Translation has something to say in nitrogen-fixing symbiosis

Traubenik et al. highlight the importance of translational control and mRNA decay for successful establishment of the nitrogen-fixing symbiosis. Plant Cell

By Soledad Traubenik, Mauricio Reynoso, Flavio Blanco, and María Eugenia Zanetti

Background: Legume plants have the capacity to establish a nitrogen-fixing symbiosis with soil bacteria, which has important implications in nature and agriculture. Plant cells engaged in this symbiosis are reprogrammed to form a new lateral organ in the root called a nodule. This process occurs via tightly regulated mechanisms that alter gene expression at multiple levels. Transcription of certain genomic regions produces new RNA molecules. Some RNAs are translated into proteins, the so-called coding RNAs, while others act as regulatory non-coding RNA molecules that control transcription, processing, translation and/or elimination of RNA molecules. Previous studies illuminated how RNA abundance is modified during nitrogen-fixing symbiosis; however, we know very little about the mechanisms that affects processing, translatability and stability of RNA molecules during the symbiosis process.

Question: We investigated how RNA translation affects global changes in gene expression during symbiosis. We also asked whether these regulatory mechanisms operate in all cells committed for symbiosis or in specific cells. Finally, we addressed whether differences in RNA processing might influence RNA translatability and/or stability.

Findings: Inoculation of Medicago truncatula roots with nitrogen-fixing bacteria triggered profound changes in RNA translation, which were partially independent of changes in transcription. This regulation was also influenced by the root cell-type engaged in symbiosis. Translation dynamically adjusted the expression of regulatory genes, such as those involved in chromatin remodeling, transcription and RNA decay. Alternative processing of RNAs also influenced their translational status or response, contributing to regulate gene expression during symbiosis. This was the case for non-coding RNAs that are precursors of small regulatory RNAs, but also for an RNA that encodes the SUPERKILLER 3 protein involved in RNA degradation. SUPERKILLER 3 contributes to keep bacteria alive within nodules, and thus, to the success of the nitrogen-fixing symbiosis.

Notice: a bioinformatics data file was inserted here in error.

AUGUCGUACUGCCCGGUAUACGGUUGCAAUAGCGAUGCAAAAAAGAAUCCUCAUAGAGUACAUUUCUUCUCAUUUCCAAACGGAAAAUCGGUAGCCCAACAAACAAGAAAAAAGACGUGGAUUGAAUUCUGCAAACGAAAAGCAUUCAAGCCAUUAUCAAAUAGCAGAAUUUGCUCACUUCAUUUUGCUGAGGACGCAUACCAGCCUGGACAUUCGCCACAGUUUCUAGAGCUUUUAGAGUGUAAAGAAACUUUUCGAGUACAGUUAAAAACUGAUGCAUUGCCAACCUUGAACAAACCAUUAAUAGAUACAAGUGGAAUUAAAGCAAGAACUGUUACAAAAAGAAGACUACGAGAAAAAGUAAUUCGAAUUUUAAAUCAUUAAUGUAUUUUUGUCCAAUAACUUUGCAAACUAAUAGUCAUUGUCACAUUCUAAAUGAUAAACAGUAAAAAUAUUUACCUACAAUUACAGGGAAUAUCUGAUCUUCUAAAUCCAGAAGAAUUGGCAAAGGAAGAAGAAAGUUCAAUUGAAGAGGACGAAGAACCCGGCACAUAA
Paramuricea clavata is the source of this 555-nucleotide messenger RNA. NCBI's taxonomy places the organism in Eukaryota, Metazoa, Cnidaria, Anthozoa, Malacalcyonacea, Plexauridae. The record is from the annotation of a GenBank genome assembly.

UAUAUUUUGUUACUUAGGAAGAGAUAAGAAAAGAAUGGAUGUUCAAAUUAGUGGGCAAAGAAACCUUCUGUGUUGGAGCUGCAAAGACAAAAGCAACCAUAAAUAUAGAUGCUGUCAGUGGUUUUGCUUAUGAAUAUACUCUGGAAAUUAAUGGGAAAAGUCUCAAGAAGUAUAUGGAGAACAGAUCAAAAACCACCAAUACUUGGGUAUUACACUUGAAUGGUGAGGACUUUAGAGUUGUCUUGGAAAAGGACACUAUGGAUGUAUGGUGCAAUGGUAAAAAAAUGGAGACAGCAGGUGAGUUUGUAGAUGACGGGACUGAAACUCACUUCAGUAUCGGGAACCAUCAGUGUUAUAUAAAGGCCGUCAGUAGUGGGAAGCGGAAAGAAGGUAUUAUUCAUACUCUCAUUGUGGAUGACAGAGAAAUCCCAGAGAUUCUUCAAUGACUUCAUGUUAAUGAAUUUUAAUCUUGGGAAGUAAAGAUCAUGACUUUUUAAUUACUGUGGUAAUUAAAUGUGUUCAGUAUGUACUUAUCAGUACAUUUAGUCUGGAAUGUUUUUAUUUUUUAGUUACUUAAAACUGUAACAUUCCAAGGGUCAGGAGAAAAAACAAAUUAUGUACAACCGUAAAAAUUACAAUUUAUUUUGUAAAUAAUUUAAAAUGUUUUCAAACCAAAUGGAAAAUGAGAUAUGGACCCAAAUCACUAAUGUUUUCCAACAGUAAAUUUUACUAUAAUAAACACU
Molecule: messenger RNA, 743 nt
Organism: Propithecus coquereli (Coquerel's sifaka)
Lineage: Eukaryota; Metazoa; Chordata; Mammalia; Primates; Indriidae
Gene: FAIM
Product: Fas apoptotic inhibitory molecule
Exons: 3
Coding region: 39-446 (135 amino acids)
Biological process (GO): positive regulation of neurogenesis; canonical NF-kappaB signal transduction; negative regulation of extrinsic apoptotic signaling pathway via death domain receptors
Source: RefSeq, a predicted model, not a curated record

Next steps: We aim to investigate how RNA degradation mechanisms alter the repertoire of RNAs present in symbiotic cells and whether interfering with these mechanisms of RNA degradation affect the establishment of the symbiosis. Dissecting these mechanisms should help to optimize nitrogen fixation and improve crop productivity in agriculture.

Soledad Traubenik, Mauricio Alberto Reynoso, Karen Hobecker, Marcos Lancia, Maureen Hummel, Benjamin Rosen, Christopher Town, Julia Bailey-Serres, Flavio Blanco, María Eugenia Zanetti. (2019). Reprogramming of root cells during nitrogen-fixing symbiosis involves dynamic polysome association of coding and non-coding RNAs. Plant Cell.

Key words: translation, non-coding RNAs, mRNA degradation, nodule symbiosis